GSA Annual Meeting in Indianapolis, Indiana, USA - 2018

Paper No. 205-10
Presentation Time: 4:05 PM


KLITZING, Kyle L.1, LEFTICARIU, Liliana1, KOLKER, Allan2 and MICK, Angie3, (1)Department of Geology, Southern Illinois University, Carbondale, IL 62901, (2)U.S. Geological Survey, Eastern Energy Resources Science Center, 956 National Center, Reston, VA 20192, (3)Office of Mines and Minerals, Illinois Department of Natural Resources, Springfield, IL 62702

In the Illinois Basin, acid mine drainage (AMD) is often associated with abandoned coal mines and is characterized by low-pH and high concentrations of sulfate and metals. Our previous research showed that some AMD has anomalously high concentrations of lanthanide rare earth elements plus yttrium (REY), which are considered critical resources necessary for modern society.

We report here REY concentrations in AMD collected at 42 sites across the Illinois Basin. The AMD was characterized by a wide range of values for pH (i.e., 1.93-7.55), sulfate (i.e., 500-8,250 mg/L,) aluminum (i.e., 0.1-140 mg/L), and TDS (i.e., 430-6,525). Geochemical analyses indicate that the total concentration of REY in these samples varied between 7.2 and 9,880 μg/L with an average value of 1,058 μg/L. Most of the AMD showed enrichment in Y, Nd, Gd, Dy, Tb, and Ce as well as non-REY elements such as Ni, Co, Cu, Zn, and Cd. The REY concentrations were normalized to the North American Shale Composite (NASC), which represents a proxy for the rock with which mine waters interact, and showed that AMD in the Illinois Basin is generally enriched in the middle REY.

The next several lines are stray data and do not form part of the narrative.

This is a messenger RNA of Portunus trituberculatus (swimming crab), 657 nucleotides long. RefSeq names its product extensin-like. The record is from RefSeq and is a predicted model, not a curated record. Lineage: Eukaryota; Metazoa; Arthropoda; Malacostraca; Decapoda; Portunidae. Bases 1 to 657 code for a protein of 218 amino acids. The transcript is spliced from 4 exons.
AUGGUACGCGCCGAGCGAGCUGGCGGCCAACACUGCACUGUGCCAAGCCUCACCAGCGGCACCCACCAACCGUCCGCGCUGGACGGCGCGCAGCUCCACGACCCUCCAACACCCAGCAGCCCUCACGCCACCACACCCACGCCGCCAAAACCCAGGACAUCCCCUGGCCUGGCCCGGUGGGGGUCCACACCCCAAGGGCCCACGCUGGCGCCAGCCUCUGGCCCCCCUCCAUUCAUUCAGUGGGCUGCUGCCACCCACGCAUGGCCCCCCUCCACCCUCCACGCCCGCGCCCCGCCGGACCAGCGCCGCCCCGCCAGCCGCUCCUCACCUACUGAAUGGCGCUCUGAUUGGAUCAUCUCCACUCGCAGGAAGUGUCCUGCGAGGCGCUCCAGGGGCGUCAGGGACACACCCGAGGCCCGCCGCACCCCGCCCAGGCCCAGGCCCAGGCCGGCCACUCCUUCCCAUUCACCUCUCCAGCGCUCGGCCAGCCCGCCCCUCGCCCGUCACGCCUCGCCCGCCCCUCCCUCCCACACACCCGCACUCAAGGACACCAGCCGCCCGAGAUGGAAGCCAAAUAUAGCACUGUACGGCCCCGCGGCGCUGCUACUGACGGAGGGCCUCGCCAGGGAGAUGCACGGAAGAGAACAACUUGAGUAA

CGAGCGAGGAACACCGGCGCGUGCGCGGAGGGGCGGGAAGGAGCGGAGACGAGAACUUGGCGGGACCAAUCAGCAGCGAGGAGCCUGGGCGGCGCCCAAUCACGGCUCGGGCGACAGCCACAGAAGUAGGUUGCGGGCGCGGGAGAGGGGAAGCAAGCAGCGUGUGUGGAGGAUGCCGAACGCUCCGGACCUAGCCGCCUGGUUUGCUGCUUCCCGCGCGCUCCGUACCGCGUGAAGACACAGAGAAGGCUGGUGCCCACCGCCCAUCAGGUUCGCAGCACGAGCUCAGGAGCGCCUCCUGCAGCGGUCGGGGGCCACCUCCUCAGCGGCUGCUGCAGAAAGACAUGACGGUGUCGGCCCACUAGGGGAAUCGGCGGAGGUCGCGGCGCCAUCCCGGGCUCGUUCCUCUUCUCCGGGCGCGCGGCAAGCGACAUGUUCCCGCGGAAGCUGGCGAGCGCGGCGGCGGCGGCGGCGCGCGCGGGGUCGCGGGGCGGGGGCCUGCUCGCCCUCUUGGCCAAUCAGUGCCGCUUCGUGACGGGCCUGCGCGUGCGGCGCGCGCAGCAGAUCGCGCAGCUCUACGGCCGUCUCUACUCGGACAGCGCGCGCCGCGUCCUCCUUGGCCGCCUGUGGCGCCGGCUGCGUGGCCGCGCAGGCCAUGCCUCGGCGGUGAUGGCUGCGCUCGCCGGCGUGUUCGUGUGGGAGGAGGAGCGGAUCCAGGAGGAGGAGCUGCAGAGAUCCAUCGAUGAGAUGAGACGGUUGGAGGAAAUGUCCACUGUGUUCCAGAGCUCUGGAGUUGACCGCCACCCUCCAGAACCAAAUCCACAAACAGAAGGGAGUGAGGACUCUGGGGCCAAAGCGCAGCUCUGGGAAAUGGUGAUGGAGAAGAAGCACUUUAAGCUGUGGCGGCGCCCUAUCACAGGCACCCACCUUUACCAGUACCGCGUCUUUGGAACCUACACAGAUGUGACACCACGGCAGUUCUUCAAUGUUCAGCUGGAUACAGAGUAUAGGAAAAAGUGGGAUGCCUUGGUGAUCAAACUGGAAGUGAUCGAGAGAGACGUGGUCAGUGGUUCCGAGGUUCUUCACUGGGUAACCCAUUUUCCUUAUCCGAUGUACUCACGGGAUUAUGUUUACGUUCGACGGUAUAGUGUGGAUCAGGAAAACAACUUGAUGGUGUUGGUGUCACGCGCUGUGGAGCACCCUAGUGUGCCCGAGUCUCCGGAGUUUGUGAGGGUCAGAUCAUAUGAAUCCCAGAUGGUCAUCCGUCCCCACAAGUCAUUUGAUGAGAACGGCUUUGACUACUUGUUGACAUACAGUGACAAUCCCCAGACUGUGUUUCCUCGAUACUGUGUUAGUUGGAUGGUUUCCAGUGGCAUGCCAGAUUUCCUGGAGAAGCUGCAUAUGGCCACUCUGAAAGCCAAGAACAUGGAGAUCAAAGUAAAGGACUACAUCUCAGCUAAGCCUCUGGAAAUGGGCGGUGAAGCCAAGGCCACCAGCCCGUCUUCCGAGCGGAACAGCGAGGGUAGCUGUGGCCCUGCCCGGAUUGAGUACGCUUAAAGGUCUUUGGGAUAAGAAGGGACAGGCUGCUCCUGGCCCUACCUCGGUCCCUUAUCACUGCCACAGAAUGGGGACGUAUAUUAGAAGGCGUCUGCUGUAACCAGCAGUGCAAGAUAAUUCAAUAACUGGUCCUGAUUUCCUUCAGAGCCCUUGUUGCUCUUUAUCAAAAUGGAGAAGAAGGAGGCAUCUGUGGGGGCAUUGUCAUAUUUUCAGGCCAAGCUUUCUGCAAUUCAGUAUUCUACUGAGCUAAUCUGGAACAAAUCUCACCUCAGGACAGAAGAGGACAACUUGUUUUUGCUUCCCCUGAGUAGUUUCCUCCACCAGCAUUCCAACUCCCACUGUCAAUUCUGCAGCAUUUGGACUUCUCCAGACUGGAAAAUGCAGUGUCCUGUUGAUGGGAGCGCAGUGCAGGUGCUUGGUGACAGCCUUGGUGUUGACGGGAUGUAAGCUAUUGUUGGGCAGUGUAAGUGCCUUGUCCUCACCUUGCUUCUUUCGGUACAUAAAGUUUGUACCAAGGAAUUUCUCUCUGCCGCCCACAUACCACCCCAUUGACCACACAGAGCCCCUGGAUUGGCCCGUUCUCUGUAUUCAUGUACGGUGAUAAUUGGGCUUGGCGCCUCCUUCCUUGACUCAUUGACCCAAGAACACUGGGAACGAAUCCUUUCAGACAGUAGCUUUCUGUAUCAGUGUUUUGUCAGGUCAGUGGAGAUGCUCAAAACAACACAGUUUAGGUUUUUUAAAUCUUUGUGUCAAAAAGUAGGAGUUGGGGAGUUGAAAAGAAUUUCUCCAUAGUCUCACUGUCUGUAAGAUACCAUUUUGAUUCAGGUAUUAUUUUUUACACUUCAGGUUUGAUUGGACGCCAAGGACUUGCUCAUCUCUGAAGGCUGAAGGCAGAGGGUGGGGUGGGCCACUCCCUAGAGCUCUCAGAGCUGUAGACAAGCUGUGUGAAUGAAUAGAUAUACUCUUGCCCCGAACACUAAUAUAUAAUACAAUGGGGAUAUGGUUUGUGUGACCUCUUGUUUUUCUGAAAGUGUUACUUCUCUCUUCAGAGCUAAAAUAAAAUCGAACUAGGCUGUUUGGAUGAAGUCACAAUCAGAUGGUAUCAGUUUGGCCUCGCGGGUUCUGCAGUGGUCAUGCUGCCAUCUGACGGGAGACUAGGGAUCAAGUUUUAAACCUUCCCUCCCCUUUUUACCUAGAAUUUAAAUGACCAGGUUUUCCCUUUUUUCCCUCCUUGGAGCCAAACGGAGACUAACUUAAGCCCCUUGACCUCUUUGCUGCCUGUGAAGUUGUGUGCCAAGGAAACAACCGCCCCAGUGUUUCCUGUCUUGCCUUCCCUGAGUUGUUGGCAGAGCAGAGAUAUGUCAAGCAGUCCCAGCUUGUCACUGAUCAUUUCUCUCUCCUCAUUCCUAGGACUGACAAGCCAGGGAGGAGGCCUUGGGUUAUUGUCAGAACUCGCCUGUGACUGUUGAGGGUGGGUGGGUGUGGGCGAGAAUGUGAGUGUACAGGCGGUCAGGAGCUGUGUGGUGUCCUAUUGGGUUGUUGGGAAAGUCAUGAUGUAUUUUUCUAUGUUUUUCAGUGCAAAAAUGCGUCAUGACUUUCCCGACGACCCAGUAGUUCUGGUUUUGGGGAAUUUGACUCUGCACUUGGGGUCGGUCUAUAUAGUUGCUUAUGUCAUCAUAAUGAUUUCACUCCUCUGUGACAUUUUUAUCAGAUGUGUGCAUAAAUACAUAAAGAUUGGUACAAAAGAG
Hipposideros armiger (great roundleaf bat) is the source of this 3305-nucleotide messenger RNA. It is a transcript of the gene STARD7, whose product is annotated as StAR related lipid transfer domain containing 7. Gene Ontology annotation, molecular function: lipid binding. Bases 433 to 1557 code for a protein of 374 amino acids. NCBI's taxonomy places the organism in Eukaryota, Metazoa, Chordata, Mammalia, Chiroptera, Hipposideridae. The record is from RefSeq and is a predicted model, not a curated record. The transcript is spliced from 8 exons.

Our analysis of the data showed that even though low-pH discharges displayed higher REY concentrations than circumneutral discharges, overall, there was no statistical correlation between the pH and the total REY concentration. Notably, we have not observed any relationship between REY concentration in AMD and the spatial proximity to the Hicks Dome, which is considered a possible source of REY in the Illinois-Kentucky Fluorspar District. We hypothesize that the lack of spatial correlation between REY enrichment and Hicks Dome may be attributable to secondary hydrothermal REY enrichment of coal along major faults in the Illinois Basin.

Our results indicate that AMD in the Illinois Basin could serve as an important source of REY. Many of these drainages will continue to cause environmental problems for decades. Coupling recovery of REY with mediation of these waters could provide both economic and environmental benefits.